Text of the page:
Mosque on Shaw's campus reopens to public as long-term negotiations continue

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Wednesday, August 16, 2023
Mosque on Shaw's campus reopens to public as negotiations continue
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Following months of public protests, King Khalid Mosque and Shaw University have come to an agreement regarding access to the house of worship on the school's campus.

RALEIGH, N.C. (WTVD) -- Following months of public protests, King Khalid Mosque and Shaw University have come to an agreement regarding access to the house of worship on the school's campus.

The news was first publicly shared Monday by the Council on American Islamic Relations, which has worked alongside mosque leadership on the matter.

"The community is back in the masjid. The fight is not over yet though, but this is an important step in a good direction," said Al Reider of CAIR, in a taped video shared on the organization's X, formerly known as Twitter, account.

A Memorandum of Understanding, obtained by ABC11, between the mosque and Shaw, laid out terms of the agreement, which will allow members of the public to worship at the site for the next three years.

"I opened the doors. I couldn't believe it. I just fell to the ground in prostration to God to thank Almighty that we're able to come back again. We were all made together and everybody come. It was you know, a lot of happiness. Happiness for the community," said Assistant Imam Musa Jabbi.

King Khalid Mosque opened in 1983 after the Saudi government provided a $1 million grant toward its construction. Since then, it has been used by members of the university community and the public.

"The historical significance of this facility still holds true to many people," said attorney Nigel Edwards, who is a Board Member of the mosque.

In March 2020, the mosque was closed because of the pandemic response. The following year, mosque leadership reached out to the university requesting to return, but say they were told the university was not prepared to do so. As a private institution, Shaw is able to implement policies regarding visitor access to buildings. Though Edwards explained the mosque understood the university's right to dictate policy, members questioned why the chapel on campus was open to the public while the mosque remained closed.

"The reason that we were given is because, well, they can be open to the public because the university is administering those services to the divinity school, whereas we were considered to be an outside organization," said Edwards.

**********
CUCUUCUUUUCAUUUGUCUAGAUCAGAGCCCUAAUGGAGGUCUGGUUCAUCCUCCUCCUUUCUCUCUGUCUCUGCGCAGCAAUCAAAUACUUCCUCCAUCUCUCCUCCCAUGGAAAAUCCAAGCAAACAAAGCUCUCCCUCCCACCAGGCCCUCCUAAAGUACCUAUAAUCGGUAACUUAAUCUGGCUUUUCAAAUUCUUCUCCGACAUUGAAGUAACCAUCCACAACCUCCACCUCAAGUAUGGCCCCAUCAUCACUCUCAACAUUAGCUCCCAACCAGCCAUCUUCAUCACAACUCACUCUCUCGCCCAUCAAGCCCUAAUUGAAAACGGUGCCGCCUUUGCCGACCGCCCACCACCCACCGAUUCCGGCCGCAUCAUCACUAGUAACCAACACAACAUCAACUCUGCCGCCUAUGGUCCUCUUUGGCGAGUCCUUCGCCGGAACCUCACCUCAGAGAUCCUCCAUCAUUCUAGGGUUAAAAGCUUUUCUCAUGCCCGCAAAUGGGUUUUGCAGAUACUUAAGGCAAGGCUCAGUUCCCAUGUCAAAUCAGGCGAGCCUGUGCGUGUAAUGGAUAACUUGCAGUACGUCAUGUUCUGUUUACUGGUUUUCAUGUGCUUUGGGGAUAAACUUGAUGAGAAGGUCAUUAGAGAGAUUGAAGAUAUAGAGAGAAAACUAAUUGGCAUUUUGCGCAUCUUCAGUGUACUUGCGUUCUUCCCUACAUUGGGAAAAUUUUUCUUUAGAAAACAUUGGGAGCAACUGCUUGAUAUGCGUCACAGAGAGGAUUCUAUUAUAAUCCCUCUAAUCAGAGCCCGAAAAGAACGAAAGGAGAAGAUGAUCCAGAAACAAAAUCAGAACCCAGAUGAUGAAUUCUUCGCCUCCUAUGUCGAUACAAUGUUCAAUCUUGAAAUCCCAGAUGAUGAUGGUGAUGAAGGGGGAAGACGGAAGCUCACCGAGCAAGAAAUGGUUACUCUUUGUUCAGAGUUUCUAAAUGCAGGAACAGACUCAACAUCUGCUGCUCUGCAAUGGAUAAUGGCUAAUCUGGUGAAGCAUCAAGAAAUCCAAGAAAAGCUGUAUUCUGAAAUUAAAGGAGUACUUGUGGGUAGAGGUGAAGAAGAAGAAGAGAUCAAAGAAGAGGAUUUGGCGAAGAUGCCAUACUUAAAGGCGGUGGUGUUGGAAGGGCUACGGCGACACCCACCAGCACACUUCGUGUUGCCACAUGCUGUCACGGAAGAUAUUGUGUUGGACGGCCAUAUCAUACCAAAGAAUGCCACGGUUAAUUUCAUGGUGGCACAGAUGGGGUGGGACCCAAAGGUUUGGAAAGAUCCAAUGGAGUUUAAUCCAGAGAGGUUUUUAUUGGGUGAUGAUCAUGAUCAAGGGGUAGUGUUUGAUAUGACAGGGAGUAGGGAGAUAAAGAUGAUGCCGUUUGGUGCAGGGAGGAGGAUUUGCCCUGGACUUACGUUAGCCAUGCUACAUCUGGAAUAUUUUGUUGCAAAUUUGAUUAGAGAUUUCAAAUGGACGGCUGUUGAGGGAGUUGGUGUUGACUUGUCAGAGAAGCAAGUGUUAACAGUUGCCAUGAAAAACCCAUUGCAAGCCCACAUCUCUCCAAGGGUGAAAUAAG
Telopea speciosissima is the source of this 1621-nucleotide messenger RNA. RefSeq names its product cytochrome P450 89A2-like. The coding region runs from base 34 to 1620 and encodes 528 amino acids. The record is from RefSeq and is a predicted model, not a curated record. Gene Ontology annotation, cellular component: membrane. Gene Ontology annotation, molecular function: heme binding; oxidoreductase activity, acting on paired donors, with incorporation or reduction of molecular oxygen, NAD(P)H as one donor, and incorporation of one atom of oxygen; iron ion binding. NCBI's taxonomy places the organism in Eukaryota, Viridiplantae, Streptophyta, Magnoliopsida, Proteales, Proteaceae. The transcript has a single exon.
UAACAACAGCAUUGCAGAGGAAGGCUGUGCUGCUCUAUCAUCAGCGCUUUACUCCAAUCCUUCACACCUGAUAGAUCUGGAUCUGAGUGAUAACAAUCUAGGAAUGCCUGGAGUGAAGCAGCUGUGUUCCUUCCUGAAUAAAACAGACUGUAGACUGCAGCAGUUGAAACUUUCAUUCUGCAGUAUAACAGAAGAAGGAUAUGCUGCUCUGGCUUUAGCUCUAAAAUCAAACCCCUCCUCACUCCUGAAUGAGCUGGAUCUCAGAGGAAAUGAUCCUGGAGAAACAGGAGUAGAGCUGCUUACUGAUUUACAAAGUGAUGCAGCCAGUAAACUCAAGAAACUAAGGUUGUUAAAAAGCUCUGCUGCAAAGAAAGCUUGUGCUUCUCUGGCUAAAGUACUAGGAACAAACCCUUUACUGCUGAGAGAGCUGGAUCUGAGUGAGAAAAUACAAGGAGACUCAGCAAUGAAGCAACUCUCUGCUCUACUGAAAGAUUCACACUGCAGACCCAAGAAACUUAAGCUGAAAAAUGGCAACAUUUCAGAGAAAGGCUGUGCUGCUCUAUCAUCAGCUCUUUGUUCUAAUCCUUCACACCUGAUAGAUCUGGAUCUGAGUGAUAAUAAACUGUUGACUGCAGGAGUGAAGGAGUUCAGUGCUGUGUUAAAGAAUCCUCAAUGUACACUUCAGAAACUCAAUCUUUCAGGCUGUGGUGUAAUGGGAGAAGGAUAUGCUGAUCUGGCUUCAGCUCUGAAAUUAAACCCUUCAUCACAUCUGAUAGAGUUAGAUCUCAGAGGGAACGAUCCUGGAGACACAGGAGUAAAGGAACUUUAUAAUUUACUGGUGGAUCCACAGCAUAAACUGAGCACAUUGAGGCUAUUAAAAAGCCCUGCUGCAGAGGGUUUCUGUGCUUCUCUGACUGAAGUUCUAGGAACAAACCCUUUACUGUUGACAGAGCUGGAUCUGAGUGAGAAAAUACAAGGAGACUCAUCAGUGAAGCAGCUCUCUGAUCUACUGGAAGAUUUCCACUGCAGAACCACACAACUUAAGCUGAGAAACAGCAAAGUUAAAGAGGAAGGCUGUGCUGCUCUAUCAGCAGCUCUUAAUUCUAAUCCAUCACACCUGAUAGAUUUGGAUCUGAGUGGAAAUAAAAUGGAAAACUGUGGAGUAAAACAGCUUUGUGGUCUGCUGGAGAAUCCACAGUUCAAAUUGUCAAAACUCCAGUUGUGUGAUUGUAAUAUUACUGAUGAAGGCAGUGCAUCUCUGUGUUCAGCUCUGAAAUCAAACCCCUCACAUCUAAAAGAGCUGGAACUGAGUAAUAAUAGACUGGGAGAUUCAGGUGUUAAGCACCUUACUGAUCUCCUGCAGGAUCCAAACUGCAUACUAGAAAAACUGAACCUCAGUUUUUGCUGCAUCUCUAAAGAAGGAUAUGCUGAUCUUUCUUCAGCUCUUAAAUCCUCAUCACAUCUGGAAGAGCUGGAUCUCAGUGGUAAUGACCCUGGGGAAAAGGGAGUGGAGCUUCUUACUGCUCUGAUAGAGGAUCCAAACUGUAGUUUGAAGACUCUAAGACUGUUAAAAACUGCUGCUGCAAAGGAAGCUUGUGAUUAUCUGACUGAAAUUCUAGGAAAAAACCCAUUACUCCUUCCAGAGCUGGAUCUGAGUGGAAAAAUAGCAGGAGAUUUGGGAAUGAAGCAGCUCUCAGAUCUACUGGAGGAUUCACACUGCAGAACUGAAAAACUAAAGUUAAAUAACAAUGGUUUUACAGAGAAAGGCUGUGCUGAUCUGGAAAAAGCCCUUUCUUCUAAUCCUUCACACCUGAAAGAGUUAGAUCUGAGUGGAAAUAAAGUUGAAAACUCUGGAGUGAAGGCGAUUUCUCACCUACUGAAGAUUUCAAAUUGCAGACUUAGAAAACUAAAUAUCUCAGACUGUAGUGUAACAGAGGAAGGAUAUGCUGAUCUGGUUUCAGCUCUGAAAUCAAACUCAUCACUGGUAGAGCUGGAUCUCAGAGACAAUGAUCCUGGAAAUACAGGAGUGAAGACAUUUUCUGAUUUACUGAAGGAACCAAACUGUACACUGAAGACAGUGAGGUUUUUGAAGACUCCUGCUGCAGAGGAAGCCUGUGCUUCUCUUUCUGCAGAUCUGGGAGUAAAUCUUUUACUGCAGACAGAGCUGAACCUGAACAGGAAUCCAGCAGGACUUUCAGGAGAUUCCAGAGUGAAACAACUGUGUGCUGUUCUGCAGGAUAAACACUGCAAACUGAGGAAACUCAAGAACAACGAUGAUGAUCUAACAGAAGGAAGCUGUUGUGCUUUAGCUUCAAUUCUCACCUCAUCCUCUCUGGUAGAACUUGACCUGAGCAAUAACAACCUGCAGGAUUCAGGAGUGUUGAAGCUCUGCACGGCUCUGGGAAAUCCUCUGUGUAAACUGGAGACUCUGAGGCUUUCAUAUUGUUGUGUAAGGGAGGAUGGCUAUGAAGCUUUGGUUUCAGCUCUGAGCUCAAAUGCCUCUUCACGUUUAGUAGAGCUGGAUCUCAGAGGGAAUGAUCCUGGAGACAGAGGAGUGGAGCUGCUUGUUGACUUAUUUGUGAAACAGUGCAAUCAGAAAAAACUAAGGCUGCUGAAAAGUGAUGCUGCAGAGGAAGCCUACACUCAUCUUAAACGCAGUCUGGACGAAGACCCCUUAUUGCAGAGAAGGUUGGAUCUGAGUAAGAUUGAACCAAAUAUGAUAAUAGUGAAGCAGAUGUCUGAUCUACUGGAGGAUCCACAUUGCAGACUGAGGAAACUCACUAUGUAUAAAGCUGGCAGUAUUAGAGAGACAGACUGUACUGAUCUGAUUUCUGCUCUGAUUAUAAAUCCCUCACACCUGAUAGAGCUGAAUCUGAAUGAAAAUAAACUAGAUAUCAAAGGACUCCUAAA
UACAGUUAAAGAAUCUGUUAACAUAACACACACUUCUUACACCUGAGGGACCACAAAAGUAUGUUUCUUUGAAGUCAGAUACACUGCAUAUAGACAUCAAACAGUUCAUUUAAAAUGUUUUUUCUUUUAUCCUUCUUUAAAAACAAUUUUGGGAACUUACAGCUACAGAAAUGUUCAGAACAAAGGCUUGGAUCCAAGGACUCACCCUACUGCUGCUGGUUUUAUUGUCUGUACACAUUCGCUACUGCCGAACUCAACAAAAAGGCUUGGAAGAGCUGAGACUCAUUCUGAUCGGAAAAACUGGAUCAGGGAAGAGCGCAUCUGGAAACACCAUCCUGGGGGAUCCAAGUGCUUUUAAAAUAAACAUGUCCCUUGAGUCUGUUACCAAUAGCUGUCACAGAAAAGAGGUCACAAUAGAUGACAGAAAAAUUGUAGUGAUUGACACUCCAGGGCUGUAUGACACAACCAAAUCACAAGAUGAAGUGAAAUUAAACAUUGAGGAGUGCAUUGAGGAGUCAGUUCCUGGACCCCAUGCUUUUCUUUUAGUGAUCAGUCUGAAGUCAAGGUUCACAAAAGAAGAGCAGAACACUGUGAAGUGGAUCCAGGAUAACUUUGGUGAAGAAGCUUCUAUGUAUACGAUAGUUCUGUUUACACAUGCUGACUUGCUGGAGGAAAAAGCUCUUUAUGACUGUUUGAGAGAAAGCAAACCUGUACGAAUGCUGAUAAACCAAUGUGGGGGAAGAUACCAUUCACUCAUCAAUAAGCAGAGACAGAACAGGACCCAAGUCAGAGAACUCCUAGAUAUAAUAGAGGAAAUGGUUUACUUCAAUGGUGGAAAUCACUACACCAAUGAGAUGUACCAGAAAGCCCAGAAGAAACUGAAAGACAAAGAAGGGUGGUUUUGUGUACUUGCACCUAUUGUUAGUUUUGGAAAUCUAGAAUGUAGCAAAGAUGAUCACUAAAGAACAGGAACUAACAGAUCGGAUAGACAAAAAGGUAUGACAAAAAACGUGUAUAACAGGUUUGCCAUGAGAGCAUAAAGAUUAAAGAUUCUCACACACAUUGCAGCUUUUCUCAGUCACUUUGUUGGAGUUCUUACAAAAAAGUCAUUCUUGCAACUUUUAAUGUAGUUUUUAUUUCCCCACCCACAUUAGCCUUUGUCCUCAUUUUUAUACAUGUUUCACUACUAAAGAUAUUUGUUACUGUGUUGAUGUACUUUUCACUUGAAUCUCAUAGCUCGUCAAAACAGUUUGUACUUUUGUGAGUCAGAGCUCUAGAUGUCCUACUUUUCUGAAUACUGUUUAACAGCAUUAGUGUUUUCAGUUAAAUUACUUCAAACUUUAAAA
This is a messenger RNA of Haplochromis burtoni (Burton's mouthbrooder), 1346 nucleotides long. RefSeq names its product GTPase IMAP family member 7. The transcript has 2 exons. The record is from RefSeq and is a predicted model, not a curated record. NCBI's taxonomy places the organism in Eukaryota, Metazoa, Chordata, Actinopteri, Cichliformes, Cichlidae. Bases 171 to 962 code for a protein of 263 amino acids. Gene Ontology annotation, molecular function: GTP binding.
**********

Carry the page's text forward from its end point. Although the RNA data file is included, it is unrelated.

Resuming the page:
"All of a sudden all that stops and people didn't know what or where to go, what to do," said Jabbi, about the lack of services offered during the mosque's closure.

In January, members of the mosque began to protest, calling on the university to reverse course and reopen the mosque to all members. While the university did allow students to return, members of the public were not able to access the space.

"I was receiving a lot of calls from members of the community, Muslim community, young and old, and parents. 'when is the mosque going to be open? When are we going to be able to come back and worship God?' Remember, there's a lot of older people living in this area," said Jabbi.

Edwards said the university reached out in April to begin discussions about a return to the property, which led to the Memorandum of Understanding signed by both parties earlier this month. Part of the agreement mandates each side "mutually exchange all documents in their possession relevant to resolving the Dispute within 30 days" and negotiate in good faith on a long-term solution. There is no rental fee to use the space, though the mosque will pay a fixed rate of $938.33 on a monthly basis to the university toward operating expenses.

"It's only temporary. Three years, it seems like a long time, but it's really not when you think about it. And we need the community to remain engaged with us," Edwards said.

There are other offices and buildings used by the university within the building, located on MLK Boulevard, which includes the mosque. Members of the public do not have access to those spaces.

If a deal cannot be reached between both sides, there will be litigation to determine its future.

Edwards shared that the mosque is interested in working with the university on its development plans and is hopeful for further conversations.

"You look at our facilities with the mosque by itself and we want an upgrade as well. We'd love to be a part of that process. We just don't want to be shut out," said Edwards.

ABC11 reached out to Shaw University, requesting an interview or statement but has not yet heard back.